Skip to main content

Natural Awakenings SW PA, Greater Pittsburgh

National Wildlife Refuges are Overwhelmed and Understaffed

Pelican in wildlife refuge


President Theodore Roosevelt designated Florida’s Pelican Island as the first unit of what would become the National Wildlife Refuge System in 1903 to shield brown pelicans from hunters. Now, the world’s largest set of 568 refuges, encompassing 95 million acres dedicated to preserving wildlife, is under pressure from increasing numbers of visitors, maintenance needs and chronic underfunding. The system has lost more than 700 staff positions since 2011, despite growing by 15 refuges. Managers of the system under the authority of the U.S. Fish and Wildlife Service (FWS) report that staff morale is low.

Local conservation nonprofits have stepped in with fundraising and volunteers, but the lack of resources throughout the refuge system is limiting its capacity to provide healthy habitat for birds and other wildlife. Essential infrastructure is crumbling and staff can’t provide the community outreach and visitor services they want to offer. The FWS oversees 25,000 structures and 14,000 roads, bridges and dams. Many of them have fallen into disrepair due to a lack of funding. Advocates claim that a remedy will require $900 million per year, while the system’s 2020 budget was only $502.4 million.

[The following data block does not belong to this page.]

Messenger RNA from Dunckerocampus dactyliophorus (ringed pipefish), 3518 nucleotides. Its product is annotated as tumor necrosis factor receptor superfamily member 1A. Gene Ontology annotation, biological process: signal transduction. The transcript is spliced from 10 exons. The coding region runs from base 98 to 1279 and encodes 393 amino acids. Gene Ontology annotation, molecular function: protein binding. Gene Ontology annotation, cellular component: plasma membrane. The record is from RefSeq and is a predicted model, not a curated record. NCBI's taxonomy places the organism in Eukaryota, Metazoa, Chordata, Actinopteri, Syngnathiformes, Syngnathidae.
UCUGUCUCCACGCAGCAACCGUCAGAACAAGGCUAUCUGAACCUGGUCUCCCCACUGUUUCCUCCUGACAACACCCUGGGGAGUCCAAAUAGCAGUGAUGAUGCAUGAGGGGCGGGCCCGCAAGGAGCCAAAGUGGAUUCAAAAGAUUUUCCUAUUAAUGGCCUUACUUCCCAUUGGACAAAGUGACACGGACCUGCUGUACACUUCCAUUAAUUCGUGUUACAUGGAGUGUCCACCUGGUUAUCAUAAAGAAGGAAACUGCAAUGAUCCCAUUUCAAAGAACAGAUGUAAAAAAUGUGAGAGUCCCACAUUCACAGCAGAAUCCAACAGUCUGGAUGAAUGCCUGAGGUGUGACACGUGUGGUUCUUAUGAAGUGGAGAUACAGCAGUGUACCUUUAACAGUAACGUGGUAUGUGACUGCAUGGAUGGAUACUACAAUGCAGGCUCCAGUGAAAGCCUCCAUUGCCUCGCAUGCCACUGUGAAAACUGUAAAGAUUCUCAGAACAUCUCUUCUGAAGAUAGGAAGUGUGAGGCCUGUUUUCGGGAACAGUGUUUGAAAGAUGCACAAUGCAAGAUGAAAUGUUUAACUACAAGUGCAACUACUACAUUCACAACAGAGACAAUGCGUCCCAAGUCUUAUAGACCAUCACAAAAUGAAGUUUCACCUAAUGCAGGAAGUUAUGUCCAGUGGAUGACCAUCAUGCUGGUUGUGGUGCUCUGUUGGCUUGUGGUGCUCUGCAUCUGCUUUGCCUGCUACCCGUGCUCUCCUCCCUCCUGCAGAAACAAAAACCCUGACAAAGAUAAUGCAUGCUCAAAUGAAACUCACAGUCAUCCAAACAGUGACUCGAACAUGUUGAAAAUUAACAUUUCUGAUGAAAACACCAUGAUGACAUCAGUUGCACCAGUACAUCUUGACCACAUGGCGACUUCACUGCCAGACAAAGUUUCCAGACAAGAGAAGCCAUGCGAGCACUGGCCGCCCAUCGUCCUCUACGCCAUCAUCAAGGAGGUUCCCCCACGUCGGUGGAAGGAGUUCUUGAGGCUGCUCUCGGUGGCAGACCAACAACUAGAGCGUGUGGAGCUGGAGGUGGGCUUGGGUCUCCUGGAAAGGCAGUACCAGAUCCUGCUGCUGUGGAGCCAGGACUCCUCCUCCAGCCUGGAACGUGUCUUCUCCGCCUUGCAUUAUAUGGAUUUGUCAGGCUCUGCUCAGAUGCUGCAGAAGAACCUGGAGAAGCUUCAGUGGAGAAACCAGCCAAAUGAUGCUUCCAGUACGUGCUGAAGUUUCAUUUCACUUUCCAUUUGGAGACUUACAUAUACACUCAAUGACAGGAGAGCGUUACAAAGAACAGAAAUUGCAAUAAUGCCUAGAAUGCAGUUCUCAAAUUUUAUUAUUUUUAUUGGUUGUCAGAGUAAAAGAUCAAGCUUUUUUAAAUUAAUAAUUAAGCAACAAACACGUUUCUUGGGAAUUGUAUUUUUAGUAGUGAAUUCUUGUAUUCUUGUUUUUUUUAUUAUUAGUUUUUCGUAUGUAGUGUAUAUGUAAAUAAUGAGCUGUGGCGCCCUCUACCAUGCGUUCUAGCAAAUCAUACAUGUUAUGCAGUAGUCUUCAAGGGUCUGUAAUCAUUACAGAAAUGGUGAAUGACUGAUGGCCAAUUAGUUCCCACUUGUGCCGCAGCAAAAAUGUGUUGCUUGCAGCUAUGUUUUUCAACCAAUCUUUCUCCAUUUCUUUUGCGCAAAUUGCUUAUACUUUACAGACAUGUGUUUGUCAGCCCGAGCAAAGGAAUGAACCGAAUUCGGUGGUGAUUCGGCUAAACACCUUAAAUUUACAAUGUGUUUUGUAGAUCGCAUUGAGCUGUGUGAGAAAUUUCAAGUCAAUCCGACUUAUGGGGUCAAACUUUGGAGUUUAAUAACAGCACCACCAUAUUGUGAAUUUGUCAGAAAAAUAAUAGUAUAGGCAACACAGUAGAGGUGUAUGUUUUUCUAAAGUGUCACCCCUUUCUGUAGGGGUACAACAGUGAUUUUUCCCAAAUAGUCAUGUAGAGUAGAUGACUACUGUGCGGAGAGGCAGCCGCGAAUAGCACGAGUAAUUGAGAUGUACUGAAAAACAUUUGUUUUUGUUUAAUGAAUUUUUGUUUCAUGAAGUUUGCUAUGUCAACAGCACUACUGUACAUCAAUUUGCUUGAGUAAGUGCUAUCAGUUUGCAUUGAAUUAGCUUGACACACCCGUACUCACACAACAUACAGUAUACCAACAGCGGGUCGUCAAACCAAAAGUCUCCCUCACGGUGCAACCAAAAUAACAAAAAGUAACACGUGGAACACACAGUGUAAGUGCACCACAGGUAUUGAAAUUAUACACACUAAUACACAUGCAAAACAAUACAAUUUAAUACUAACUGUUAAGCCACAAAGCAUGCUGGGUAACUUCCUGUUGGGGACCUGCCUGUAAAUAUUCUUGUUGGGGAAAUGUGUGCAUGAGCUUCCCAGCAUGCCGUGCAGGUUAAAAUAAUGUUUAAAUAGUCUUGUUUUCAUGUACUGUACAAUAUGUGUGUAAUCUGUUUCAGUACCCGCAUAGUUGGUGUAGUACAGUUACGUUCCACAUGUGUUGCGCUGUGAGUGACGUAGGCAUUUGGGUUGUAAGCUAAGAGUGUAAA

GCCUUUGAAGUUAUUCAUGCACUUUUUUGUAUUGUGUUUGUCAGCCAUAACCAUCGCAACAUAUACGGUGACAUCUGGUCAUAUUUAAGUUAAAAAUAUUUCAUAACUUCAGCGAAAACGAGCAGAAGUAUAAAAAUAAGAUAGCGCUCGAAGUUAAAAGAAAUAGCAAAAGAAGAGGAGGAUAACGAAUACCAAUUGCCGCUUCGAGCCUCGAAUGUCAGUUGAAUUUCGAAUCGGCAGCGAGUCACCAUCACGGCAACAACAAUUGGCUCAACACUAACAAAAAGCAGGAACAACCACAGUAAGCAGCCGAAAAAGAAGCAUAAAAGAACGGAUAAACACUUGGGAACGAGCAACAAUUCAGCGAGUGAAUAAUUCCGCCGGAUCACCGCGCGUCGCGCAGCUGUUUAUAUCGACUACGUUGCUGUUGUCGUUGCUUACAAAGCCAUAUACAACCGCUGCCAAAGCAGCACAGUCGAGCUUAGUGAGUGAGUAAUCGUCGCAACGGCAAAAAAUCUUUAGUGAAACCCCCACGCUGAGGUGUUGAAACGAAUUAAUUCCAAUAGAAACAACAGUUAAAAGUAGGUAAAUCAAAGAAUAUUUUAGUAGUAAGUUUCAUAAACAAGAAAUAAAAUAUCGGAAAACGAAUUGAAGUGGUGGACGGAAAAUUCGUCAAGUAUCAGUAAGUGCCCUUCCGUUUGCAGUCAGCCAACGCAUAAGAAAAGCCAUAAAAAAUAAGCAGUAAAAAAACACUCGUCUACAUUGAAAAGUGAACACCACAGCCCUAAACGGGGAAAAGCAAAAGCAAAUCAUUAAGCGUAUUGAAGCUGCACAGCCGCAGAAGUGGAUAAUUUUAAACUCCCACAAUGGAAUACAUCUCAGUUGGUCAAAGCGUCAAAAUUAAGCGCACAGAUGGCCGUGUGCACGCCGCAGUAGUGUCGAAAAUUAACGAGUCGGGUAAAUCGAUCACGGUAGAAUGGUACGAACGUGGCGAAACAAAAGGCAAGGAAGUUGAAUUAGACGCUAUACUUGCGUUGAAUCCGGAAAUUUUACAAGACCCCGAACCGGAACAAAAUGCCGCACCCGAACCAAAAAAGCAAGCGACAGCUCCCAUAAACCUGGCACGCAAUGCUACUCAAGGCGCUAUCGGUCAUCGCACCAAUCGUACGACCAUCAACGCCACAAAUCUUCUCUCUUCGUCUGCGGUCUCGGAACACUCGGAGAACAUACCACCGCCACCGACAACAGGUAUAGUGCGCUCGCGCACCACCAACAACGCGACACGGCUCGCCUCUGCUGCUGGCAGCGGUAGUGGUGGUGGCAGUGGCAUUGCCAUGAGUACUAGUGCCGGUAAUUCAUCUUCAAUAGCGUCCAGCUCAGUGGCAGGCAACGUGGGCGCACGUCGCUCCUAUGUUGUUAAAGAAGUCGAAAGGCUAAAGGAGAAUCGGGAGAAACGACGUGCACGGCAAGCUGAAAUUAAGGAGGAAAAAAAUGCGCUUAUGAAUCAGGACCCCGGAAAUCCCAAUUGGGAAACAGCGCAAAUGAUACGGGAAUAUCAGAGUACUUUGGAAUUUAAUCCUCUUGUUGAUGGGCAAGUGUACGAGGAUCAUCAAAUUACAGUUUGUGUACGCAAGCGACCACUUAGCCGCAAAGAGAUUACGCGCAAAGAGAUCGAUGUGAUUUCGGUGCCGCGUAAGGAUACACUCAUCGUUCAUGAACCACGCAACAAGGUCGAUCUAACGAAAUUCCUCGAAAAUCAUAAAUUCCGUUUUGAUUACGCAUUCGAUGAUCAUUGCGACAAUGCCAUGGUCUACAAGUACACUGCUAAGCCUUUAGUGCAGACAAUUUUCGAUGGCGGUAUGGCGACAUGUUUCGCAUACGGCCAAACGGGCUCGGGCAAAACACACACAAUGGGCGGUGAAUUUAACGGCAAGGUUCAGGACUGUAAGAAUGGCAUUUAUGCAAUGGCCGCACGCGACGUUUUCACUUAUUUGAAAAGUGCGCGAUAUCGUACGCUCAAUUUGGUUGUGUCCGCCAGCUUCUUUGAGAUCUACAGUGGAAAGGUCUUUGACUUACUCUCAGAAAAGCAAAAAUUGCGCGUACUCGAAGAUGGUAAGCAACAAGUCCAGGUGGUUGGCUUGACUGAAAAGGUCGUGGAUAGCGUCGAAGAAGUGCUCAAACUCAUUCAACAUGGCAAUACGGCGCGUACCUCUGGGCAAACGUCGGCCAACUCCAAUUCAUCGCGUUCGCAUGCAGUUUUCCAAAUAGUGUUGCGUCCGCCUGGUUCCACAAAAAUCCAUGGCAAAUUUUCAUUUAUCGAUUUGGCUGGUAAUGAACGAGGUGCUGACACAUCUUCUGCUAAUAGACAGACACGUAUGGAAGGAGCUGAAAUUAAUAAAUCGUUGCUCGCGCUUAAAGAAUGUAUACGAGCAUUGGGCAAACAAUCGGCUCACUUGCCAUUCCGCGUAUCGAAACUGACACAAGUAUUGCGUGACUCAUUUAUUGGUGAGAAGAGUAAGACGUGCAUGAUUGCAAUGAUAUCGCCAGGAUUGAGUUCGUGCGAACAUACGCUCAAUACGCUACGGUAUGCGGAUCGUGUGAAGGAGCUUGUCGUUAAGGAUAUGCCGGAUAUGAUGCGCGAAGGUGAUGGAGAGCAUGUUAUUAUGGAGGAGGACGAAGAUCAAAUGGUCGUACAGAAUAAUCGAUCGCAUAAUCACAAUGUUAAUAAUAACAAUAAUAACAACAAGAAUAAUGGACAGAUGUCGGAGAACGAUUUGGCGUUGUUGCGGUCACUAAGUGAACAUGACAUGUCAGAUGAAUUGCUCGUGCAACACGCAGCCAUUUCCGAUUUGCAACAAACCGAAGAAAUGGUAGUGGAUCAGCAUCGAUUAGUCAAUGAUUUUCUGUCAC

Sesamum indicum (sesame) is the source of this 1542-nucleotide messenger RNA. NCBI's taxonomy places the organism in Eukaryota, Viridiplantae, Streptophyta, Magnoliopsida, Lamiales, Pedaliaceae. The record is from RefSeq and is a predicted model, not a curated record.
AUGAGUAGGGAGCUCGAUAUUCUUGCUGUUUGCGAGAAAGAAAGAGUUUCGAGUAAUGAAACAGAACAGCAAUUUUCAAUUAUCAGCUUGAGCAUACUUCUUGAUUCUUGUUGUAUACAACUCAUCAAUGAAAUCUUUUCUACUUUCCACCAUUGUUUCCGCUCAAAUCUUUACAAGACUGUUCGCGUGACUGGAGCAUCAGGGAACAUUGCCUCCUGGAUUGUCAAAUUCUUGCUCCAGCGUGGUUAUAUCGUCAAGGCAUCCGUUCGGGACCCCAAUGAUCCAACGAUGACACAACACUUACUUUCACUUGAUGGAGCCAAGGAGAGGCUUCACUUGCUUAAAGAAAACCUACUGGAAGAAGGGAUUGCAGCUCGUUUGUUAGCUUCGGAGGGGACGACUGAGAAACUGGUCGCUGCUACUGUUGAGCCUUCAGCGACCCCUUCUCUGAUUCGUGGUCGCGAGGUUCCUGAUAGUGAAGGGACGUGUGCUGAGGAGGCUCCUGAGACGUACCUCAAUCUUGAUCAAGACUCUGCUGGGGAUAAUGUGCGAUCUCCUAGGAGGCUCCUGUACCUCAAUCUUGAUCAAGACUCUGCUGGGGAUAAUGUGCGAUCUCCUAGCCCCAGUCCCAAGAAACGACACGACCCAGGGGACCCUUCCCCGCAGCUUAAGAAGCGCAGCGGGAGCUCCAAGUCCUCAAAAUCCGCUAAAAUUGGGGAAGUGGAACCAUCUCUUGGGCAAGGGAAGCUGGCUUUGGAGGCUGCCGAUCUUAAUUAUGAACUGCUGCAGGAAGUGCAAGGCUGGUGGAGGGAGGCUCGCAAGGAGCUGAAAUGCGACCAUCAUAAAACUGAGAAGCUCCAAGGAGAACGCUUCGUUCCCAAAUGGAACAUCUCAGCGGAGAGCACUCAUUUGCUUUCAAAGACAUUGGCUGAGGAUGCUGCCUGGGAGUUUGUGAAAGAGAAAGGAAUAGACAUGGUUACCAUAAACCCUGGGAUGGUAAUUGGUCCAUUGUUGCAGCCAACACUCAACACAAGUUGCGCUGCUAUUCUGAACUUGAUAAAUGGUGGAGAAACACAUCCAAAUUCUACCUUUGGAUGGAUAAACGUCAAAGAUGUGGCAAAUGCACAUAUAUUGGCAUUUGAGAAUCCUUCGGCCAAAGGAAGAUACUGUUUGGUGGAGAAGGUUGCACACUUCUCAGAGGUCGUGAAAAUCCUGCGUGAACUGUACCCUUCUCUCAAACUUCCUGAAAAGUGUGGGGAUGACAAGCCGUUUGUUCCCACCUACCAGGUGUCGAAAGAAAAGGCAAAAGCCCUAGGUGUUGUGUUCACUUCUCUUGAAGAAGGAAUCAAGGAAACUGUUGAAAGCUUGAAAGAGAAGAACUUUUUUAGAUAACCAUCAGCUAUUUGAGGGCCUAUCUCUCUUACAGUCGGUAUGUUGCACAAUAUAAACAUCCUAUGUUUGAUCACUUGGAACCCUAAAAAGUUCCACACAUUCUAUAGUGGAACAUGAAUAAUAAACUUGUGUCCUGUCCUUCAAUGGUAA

Upcoming Events Near You
Digital Issue
Healthy Ways To Spend Time At Home
Global Brief: Natural Thinking Spending Time in Nature Increases Cognitive Performance
More of our time is spent indoors than ever before. One of the ways by which nature may improve cognitive function (i.e. the acquisition of and goal-oriented use of knowledge) is by improving memory formation and recall, specifically that of short-term or working memory, and goal-oriented or directed attention; the kind that requires focused effort. By comparing and contrasting 13 studies, a team of researchers has shed light on this complex interaction in research published in Frontiers in Psychology. The studies used the backwards digit span task, which requires participants to invert a series of numbers and repeat them back. All demonstrated significantly improved cognition in nature as compared to urban environments. The benefits of studies like this are two-fold: not only are we learning more about how the brain interacts with its environment, but also how to leverage this interaction to lead healthier, more productive and happier lives.
Like Us On Facebook!